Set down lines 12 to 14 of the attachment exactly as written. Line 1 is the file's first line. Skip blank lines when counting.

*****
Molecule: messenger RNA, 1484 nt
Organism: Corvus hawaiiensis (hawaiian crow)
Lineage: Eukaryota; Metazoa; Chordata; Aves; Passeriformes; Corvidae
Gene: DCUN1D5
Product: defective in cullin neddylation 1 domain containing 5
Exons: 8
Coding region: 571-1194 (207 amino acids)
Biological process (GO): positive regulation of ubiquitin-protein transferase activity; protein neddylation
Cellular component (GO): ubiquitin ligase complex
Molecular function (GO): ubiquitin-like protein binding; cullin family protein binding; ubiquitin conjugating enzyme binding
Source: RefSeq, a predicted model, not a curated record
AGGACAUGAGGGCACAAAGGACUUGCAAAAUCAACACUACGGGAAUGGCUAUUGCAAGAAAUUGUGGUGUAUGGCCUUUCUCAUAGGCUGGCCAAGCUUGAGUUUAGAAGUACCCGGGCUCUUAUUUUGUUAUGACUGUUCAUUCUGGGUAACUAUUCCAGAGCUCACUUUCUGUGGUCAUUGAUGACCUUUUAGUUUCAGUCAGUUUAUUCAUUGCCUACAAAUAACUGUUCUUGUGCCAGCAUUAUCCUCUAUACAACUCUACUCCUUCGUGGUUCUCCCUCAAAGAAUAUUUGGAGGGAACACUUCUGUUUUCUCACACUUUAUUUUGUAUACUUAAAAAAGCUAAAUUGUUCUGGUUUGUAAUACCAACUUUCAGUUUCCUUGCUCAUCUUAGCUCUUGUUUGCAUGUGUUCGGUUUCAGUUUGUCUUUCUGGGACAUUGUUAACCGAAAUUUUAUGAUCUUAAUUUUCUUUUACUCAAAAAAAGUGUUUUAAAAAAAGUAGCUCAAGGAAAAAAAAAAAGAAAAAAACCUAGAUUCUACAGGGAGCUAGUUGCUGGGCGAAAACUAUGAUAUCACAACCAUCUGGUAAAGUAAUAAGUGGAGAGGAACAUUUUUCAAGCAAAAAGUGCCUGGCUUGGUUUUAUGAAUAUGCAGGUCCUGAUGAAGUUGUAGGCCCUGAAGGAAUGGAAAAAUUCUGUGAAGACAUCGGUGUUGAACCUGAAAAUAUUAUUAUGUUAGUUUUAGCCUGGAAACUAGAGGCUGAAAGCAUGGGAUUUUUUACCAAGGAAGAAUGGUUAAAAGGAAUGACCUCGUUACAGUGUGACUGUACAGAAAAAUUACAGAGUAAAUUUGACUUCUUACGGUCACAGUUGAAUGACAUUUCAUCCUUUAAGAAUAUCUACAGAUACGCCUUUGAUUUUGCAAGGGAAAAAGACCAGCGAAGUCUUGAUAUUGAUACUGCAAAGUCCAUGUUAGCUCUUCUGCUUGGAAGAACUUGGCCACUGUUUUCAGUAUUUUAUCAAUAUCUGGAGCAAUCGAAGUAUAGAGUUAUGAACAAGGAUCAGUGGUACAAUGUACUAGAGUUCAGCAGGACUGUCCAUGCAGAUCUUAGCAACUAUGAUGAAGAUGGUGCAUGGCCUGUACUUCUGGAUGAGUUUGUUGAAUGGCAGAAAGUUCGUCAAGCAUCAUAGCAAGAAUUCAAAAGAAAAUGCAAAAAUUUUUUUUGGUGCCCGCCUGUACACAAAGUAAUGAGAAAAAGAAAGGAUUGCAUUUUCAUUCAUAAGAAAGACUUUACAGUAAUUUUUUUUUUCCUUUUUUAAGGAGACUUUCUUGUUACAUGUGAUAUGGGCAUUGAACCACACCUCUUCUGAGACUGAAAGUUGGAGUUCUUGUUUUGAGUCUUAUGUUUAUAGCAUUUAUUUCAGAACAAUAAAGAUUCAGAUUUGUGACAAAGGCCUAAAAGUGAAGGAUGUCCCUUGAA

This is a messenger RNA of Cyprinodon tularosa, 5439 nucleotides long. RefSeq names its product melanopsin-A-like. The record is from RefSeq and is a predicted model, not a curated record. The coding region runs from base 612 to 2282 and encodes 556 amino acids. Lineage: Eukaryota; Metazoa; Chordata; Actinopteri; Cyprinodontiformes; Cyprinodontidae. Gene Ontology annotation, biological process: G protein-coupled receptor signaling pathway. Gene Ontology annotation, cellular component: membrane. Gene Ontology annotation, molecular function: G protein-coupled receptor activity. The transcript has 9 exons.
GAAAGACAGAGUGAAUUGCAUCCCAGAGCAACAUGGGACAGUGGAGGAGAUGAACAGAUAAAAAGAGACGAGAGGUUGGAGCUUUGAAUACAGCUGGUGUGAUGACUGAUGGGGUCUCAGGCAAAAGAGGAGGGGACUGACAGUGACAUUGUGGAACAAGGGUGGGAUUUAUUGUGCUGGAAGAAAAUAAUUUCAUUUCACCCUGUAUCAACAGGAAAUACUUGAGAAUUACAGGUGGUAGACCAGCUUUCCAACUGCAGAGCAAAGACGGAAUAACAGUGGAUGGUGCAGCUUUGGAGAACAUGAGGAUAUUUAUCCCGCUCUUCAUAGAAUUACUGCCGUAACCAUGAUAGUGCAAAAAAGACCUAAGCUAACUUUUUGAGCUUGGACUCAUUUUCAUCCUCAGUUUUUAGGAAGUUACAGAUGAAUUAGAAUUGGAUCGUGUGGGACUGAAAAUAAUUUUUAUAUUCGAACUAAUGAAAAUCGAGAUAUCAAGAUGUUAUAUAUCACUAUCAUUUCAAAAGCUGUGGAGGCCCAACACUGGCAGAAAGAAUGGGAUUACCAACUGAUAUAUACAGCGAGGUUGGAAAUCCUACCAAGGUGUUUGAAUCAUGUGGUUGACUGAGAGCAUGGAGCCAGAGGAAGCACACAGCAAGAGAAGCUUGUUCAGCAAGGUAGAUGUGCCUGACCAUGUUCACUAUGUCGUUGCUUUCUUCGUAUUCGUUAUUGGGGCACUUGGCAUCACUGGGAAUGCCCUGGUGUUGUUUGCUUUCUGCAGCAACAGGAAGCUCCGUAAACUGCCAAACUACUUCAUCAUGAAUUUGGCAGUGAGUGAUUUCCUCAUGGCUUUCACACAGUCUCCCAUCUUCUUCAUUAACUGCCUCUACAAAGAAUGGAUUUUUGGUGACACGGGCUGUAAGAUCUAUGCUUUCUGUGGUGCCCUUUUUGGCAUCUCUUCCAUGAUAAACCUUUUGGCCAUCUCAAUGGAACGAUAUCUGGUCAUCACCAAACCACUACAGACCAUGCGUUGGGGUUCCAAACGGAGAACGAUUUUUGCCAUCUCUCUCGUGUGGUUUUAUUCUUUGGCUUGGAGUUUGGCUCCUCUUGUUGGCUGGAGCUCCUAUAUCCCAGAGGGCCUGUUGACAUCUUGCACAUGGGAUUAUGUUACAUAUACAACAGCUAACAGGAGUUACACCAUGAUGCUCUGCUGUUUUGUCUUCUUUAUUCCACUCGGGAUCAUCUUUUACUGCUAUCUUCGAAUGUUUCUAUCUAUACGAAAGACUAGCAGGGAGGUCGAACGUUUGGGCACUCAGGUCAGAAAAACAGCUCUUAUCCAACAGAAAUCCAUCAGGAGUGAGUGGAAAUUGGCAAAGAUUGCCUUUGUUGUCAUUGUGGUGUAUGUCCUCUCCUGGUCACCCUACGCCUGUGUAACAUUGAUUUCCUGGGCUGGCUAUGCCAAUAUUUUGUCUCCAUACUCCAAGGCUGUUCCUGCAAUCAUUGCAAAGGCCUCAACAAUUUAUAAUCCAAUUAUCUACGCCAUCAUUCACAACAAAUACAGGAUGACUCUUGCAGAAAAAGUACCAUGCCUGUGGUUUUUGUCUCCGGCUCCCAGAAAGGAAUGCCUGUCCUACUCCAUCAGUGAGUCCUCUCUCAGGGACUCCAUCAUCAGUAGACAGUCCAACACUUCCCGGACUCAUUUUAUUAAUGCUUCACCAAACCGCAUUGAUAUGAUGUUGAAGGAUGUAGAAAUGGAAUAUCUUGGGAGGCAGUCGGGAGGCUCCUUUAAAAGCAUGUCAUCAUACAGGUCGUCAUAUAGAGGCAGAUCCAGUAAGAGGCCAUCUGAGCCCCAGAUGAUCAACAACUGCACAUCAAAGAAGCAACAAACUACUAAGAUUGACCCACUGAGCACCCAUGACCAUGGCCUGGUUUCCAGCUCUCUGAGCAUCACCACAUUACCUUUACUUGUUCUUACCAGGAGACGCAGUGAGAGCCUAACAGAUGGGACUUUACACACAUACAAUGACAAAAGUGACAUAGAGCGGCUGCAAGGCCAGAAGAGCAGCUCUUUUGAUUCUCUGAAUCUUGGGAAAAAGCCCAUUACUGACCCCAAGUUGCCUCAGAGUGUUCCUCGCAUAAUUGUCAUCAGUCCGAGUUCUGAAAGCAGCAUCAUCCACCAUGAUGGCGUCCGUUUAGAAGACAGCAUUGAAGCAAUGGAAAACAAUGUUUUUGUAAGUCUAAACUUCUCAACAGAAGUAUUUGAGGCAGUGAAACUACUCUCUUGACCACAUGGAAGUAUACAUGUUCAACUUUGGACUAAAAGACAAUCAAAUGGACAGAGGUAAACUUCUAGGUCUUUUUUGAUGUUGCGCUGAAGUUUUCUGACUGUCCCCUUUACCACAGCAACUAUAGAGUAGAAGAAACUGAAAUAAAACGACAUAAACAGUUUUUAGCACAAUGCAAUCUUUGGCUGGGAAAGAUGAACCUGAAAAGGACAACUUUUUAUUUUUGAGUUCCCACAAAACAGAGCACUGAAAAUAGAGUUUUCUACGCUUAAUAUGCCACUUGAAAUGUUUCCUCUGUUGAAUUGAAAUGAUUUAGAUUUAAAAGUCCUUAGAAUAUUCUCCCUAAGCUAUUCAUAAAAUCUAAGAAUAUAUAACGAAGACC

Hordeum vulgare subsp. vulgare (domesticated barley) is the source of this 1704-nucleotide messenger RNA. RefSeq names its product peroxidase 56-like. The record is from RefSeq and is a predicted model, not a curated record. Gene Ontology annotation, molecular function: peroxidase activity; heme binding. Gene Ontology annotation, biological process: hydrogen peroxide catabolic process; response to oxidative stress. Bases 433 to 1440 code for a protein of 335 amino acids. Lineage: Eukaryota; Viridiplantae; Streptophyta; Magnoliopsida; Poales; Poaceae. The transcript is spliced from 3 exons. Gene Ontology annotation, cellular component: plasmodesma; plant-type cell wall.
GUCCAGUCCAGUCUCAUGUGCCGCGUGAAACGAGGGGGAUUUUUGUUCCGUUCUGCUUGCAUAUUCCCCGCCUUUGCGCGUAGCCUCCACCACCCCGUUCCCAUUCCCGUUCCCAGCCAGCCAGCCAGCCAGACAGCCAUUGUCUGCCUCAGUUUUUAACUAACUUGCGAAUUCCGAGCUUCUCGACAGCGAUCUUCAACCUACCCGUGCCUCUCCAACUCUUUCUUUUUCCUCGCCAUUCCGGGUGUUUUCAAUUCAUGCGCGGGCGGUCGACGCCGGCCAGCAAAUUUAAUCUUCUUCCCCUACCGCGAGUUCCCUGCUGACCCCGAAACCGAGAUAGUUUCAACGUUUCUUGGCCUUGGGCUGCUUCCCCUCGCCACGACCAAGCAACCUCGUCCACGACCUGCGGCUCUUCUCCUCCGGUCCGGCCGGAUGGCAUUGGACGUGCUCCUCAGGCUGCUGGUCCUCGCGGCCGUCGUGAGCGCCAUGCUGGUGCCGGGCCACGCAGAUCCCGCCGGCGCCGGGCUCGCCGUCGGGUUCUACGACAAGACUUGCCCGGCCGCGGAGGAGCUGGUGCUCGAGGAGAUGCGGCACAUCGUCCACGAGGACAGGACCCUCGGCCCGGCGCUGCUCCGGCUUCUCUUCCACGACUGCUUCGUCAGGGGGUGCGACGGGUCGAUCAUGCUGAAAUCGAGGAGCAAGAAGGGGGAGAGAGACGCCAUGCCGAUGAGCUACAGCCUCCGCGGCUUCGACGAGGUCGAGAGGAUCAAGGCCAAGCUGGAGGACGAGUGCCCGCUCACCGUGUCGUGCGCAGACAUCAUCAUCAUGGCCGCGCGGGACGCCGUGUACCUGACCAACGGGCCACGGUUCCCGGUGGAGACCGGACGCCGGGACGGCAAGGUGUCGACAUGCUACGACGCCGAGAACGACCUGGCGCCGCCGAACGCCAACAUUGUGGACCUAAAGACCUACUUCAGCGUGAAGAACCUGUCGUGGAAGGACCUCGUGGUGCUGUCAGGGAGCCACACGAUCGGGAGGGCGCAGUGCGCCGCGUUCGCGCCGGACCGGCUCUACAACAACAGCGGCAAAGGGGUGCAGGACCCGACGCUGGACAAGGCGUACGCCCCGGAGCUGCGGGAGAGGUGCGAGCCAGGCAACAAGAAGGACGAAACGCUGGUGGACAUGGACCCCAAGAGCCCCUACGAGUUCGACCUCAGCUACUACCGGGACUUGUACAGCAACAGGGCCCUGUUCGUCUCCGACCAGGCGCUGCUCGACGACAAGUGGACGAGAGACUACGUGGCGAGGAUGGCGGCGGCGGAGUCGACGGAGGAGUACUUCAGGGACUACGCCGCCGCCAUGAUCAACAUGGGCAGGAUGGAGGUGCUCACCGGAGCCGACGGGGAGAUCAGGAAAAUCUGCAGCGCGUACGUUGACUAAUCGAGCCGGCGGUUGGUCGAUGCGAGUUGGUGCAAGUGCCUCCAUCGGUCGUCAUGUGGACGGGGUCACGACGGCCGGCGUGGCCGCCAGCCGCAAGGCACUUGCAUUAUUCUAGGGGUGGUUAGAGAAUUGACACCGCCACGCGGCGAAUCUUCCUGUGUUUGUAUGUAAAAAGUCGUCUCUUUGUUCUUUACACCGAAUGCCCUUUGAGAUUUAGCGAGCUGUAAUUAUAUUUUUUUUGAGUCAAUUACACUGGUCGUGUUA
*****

AGGACAUGAGGGCACAAAGGACUUGCAAAAUCAACACUACGGGAAUGGCUAUUGCAAGAAAUUGUGGUGUAUGGCCUUUCUCAUAGGCUGGCCAAGCUUGAGUUUAGAAGUACCCGGGCUCUUAUUUUGUUAUGACUGUUCAUUCUGGGUAACUAUUCCAGAGCUCACUUUCUGUGGUCAUUGAUGACCUUUUAGUUUCAGUCAGUUUAUUCAUUGCCUACAAAUAACUGUUCUUGUGCCAGCAUUAUCCUCUAUACAACUCUACUCCUUCGUGGUUCUCCCUCAAAGAAUAUUUGGAGGGAACACUUCUGUUUUCUCACACUUUAUUUUGUAUACUUAAAAAAGCUAAAUUGUUCUGGUUUGUAAUACCAACUUUCAGUUUCCUUGCUCAUCUUAGCUCUUGUUUGCAUGUGUUCGGUUUCAGUUUGUCUUUCUGGGACAUUGUUAACCGAAAUUUUAUGAUCUUAAUUUUCUUUUACUCAAAAAAAGUGUUUUAAAAAAAGUAGCUCAAGGAAAAAAAAAAAGAAAAAAACCUAGAUUCUACAGGGAGCUAGUUGCUGGGCGAAAACUAUGAUAUCACAACCAUCUGGUAAAGUAAUAAGUGGAGAGGAACAUUUUUCAAGCAAAAAGUGCCUGGCUUGGUUUUAUGAAUAUGCAGGUCCUGAUGAAGUUGUAGGCCCUGAAGGAAUGGAAAAAUUCUGUGAAGACAUCGGUGUUGAACCUGAAAAUAUUAUUAUGUUAGUUUUAGCCUGGAAACUAGAGGCUGAAAGCAUGGGAUUUUUUACCAAGGAAGAAUGGUUAAAAGGAAUGACCUCGUUACAGUGUGACUGUACAGAAAAAUUACAGAGUAAAUUUGACUUCUUACGGUCACAGUUGAAUGACAUUUCAUCCUUUAAGAAUAUCUACAGAUACGCCUUUGAUUUUGCAAGGGAAAAAGACCAGCGAAGUCUUGAUAUUGAUACUGCAAAGUCCAUGUUAGCUCUUCUGCUUGGAAGAACUUGGCCACUGUUUUCAGUAUUUUAUCAAUAUCUGGAGCAAUCGAAGUAUAGAGUUAUGAACAAGGAUCAGUGGUACAAUGUACUAGAGUUCAGCAGGACUGUCCAUGCAGAUCUUAGCAACUAUGAUGAAGAUGGUGCAUGGCCUGUACUUCUGGAUGAGUUUGUUGAAUGGCAGAAAGUUCGUCAAGCAUCAUAGCAAGAAUUCAAAAGAAAAUGCAAAAAUUUUUUUUGGUGCCCGCCUGUACACAAAGUAAUGAGAAAAAGAAAGGAUUGCAUUUUCAUUCAUAAGAAAGACUUUACAGUAAUUUUUUUUUUCCUUUUUUAAGGAGACUUUCUUGUUACAUGUGAUAUGGGCAUUGAACCACACCUCUUCUGAGACUGAAAGUUGGAGUUCUUGUUUUGAGUCUUAUGUUUAUAGCAUUUAUUUCAGAACAAUAAAGAUUCAGAUUUGUGACAAAGGCCUAAAAGUGAAGGAUGUCCCUUGAA

This is a messenger RNA of Cyprinodon tularosa, 5439 nucleotides long. RefSeq names its product melanopsin-A-like. The record is from RefSeq and is a predicted model, not a curated record. The coding region runs from base 612 to 2282 and encodes 556 amino acids. Lineage: Eukaryota; Metazoa; Chordata; Actinopteri; Cyprinodontiformes; Cyprinodontidae. Gene Ontology annotation, biological process: G protein-coupled receptor signaling pathway. Gene Ontology annotation, cellular component: membrane. Gene Ontology annotation, molecular function: G protein-coupled receptor activity. The transcript has 9 exons.
GAAAGACAGAGUGAAUUGCAUCCCAGAGCAACAUGGGACAGUGGAGGAGAUGAACAGAUAAAAAGAGACGAGAGGUUGGAGCUUUGAAUACAGCUGGUGUGAUGACUGAUGGGGUCUCAGGCAAAAGAGGAGGGGACUGACAGUGACAUUGUGGAACAAGGGUGGGAUUUAUUGUGCUGGAAGAAAAUAAUUUCAUUUCACCCUGUAUCAACAGGAAAUACUUGAGAAUUACAGGUGGUAGACCAGCUUUCCAACUGCAGAGCAAAGACGGAAUAACAGUGGAUGGUGCAGCUUUGGAGAACAUGAGGAUAUUUAUCCCGCUCUUCAUAGAAUUACUGCCGUAACCAUGAUAGUGCAAAAAAGACCUAAGCUAACUUUUUGAGCUUGGACUCAUUUUCAUCCUCAGUUUUUAGGAAGUUACAGAUGAAUUAGAAUUGGAUCGUGUGGGACUGAAAAUAAUUUUUAUAUUCGAACUAAUGAAAAUCGAGAUAUCAAGAUGUUAUAUAUCACUAUCAUUUCAAAAGCUGUGGAGGCCCAACACUGGCAGAAAGAAUGGGAUUACCAACUGAUAUAUACAGCGAGGUUGGAAAUCCUACCAAGGUGUUUGAAUCAUGUGGUUGACUGAGAGCAUGGAGCCAGAGGAAGCACACAGCAAGAGAAGCUUGUUCAGCAAGGUAGAUGUGCCUGACCAUGUUCACUAUGUCGUUGCUUUCUUCGUAUUCGUUAUUGGGGCACUUGGCAUCACUGGGAAUGCCCUGGUGUUGUUUGCUUUCUGCAGCAACAGGAAGCUCCGUAAACUGCCAAACUACUUCAUCAUGAAUUUGGCAGUGAGUGAUUUCCUCAUGGCUUUCACACAGUCUCCCAUCUUCUUCAUUAACUGCCUCUACAAAGAAUGGAUUUUUGGUGACACGGGCUGUAAGAUCUAUGCUUUCUGUGGUGCCCUUUUUGGCAUCUCUUCCAUGAUAAACCUUUUGGCCAUCUCAAUGGAACGAUAUCUGGUCAUCACCAAACCACUACAGACCAUGCGUUGGGGUUCCAAACGGAGAACGAUUUUUGCCAUCUCUCUCGUGUGGUUUUAUUCUUUGGCUUGGAGUUUGGCUCCUCUUGUUGGCUGGAGCUCCUAUAUCCCAGAGGGCCUGUUGACAUCUUGCACAUGGGAUUAUGUUACAUAUACAACAGCUAACAGGAGUUACACCAUGAUGCUCUGCUGUUUUGUCUUCUUUAUUCCACUCGGGAUCAUCUUUUACUGCUAUCUUCGAAUGUUUCUAUCUAUACGAAAGACUAGCAGGGAGGUCGAACGUUUGGGCACUCAGGUCAGAAAAACAGCUCUUAUCCAACAGAAAUCCAUCAGGAGUGAGUGGAAAUUGGCAAAGAUUGCCUUUGUUGUCAUUGUGGUGUAUGUCCUCUCCUGGUCACCCUACGCCUGUGUAACAUUGAUUUCCUGGGCUGGCUAUGCCAAUAUUUUGUCUCCAUACUCCAAGGCUGUUCCUGCAAUCAUUGCAAAGGCCUCAACAAUUUAUAAUCCAAUUAUCUACGCCAUCAUUCACAACAAAUACAGGAUGACUCUUGCAGAAAAAGUACCAUGCCUGUGGUUUUUGUCUCCGGCUCCCAGAAAGGAAUGCCUGUCCUACUCCAUCAGUGAGUCCUCUCUCAGGGACUCCAUCAUCAGUAGACAGUCCAACACUUCCCGGACUCAUUUUAUUAAUGCUUCACCAAACCGCAUUGAUAUGAUGUUGAAGGAUGUAGAAAUGGAAUAUCUUGGGAGGCAGUCGGGAGGCUCCUUUAAAAGCAUGUCAUCAUACAGGUCGUCAUAUAGAGGCAGAUCCAGUAAGAGGCCAUCUGAGCCCCAGAUGAUCAACAACUGCACAUCAAAGAAGCAACAAACUACUAAGAUUGACCCACUGAGCACCCAUGACCAUGGCCUGGUUUCCAGCUCUCUGAGCAUCACCACAUUACCUUUACUUGUUCUUACCAGGAGACGCAGUGAGAGCCUAACAGAUGGGACUUUACACACAUACAAUGACAAAAGUGACAUAGAGCGGCUGCAAGGCCAGAAGAGCAGCUCUUUUGAUUCUCUGAAUCUUGGGAAAAAGCCCAUUACUGACCCCAAGUUGCCUCAGAGUGUUCCUCGCAUAAUUGUCAUCAGUCCGAGUUCUGAAAGCAGCAUCAUCCACCAUGAUGGCGUCCGUUUAGAAGACAGCAUUGAAGCAAUGGAAAACAAUGUUUUUGUAAGUCUAAACUUCUCAACAGAAGUAUUUGAGGCAGUGAAACUACUCUCUUGACCACAUGGAAGUAUACAUGUUCAACUUUGGACUAAAAGACAAUCAAAUGGACAGAGGUAAACUUCUAGGUCUUUUUUGAUGUUGCGCUGAAGUUUUCUGACUGUCCCCUUUACCACAGCAACUAUAGAGUAGAAGAAACUGAAAUAAAACGACAUAAACAGUUUUUAGCACAAUGCAAUCUUUGGCUGGGAAAGAUGAACCUGAAAAGGACAACUUUUUAUUUUUGAGUUCCCACAAAACAGAGCACUGAAAAUAGAGUUUUCUACGCUUAAUAUGCCACUUGAAAUGUUUCCUCUGUUGAAUUGAAAUGAUUUAGAUUUAAAAGUCCUUAGAAUAUUCUCCCUAAGCUAUUCAUAAAAUCUAAGAAUAUAUAACGAAGACC